There will be many of us out there who have very fond memories of our favourite bookshops – the smell of the new pages, the treasure trove of stories, the friendly staff to help discover the perfect new read. We chatted to incoming Australian Booksellers Association (ABA) president Jay Lansdown and owner of Crows Nest favourite Constant Reader about his bookstore and the future landscape for booksellers.
Constant Reader has been a mainstay on the Willoughby Road strip for many years. Can you tell us about the history and how you got involved?
Constant Reader started in 1979, so we’re celebrating our 40th anniversary this year. The bookshop used to be in the nail salon across the road and moved into its current premises in 1989. I worked for the original owner, Peter Kirby, a long time ago in the returns department. I moved to Hong Kong, had a long dabble in the corporate world and moved back here in 2005. In 2009 Peter asked me to manage the bookstore and in 2012 the timing was right to buy the store when Peter retired.
What do you love about your job?
I just love stories and by extension that means I love books. It sounds really clichéd but there is nothing better than handing someone a book that you’ve loved, knowing them well enough that they are going to love it too. Hopefully we do well enough with our recommendations that people come back.
There’s a book coming out in September called Imaginary Friend by Stephen Chbosky. It’s nothing like his other books, it’s like old school Stephen King and I can’t wait to get it into the hands of our readers. It’s things like this that excite me about the bookselling world, there’ll always be new material to get enthusiastic about.
What is Constant Reader’s point of difference?
Well, it has to be our staff. It’s the subjective skill of the bookseller to be able to ask the right questions and know the right answer. Many of my staff have been working in Constant Reader for a long time and have a great relationship with the customers. I’m confident that we know enough about the books to make suggestions and that we’re not arrogant when we get it wrong – it’s all a learning process!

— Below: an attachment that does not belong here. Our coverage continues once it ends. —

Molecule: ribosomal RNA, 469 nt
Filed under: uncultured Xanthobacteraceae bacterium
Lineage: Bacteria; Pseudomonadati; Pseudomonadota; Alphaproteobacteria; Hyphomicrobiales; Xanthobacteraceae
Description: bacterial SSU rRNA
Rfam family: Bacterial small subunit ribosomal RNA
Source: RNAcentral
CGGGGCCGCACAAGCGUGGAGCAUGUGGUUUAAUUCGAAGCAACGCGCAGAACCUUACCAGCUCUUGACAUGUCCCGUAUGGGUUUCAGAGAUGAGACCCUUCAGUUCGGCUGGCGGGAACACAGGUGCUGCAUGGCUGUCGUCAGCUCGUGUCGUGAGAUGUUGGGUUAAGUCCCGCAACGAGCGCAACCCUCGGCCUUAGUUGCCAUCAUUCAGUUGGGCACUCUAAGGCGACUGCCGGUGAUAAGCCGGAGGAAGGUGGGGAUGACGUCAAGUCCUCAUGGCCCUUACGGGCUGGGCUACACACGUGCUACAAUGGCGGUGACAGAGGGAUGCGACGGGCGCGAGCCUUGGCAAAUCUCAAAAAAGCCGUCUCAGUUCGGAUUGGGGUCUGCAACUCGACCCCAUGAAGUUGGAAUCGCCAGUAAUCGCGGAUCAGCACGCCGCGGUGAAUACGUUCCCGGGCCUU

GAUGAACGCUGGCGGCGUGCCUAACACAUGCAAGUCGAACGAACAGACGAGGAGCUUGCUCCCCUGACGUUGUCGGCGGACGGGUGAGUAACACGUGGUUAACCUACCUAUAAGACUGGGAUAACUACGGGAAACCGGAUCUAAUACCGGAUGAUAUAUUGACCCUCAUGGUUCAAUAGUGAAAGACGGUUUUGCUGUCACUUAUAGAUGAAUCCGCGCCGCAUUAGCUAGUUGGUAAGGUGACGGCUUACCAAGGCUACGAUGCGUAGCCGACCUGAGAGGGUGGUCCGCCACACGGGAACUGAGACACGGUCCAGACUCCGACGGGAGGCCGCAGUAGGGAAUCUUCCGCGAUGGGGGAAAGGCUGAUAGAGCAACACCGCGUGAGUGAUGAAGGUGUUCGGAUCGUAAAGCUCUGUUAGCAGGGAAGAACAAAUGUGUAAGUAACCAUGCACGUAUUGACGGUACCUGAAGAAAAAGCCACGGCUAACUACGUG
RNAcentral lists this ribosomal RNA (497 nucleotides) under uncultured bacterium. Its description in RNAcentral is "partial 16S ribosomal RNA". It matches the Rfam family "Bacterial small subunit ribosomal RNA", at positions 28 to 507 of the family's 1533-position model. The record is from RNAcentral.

We’ve heard a lot about bookshops struggling to survive in the digital age. How does Constant Reader stay strong?
As I mentioned, our staff are key to making this store work but we’re also well-placed by being able to deliver quickly. We hold so much stock that you can come into our store, ask for a recommendation and get that book in your hands in 45 seconds if we’re quick! Despite all the promises, that’s not something that the online giants can do and even a very quick printer couldn’t spit out an e-book in that time.
Funnily enough, e-reader sales and e-book sales have plateaued recently. There’s definitely a time and a place for them but I think many people are turning back to traditional retail. We’re social beings, and just the interaction of going out shopping, saying hello a stranger or bumping into someone you know when you are out and about keeps people social.
Australia’s independent book sector is actually pretty strong and we’re determined to keep it that way. It does sadden me when I hear of any bookstore closing. I don’t want to jinx things but I think if we stick with the magical formula of the right staff, curating the stock to what the customers want and displaying the books in an attractive way then we’ll continue to stay strong.
How involved is Constant Reader in the North Sydney Community?
We run the Writers at Stanton program, free events that are held at lunchtimes at Stanton Library. It’s one of the longest, continually running literary events in Australia and has brought hundreds of writers in touch with their readers. We get involved with many events at the North Sydney Community Centre, which runs some amazing programs. On an ad hoc basis we also make a lot of donations to local schools.
How has Crows Nest changed over the years you’ve been there?
It has and it hasn’t! It’s still got a great village feel and I think that’s what makes Sydney such a lovely place – Crows Nest, Balmain, Mosman, Paddington all these villages that can sustain a village bookshop. With higher density building, I think we’ve still managed to retain that special feeling on Willoughby Road and I’m pretty confident that it’s going to remain that way.
What’s in store for the future?
You’d be mad to say they aren’t challenges for booksellers. But I inherently think there is a huge future for books and bookshops. We’ve just launched events in store in the evenings – our inaugural event was Bri Lee in conversation with Jane Caro. It’s an exciting time and I’m always optimistic that there’ll be kids and adults for years to come who’ll want to come in and leaf through a book in store.
The Constant Reader, 27 Willoughby Road Crows Nest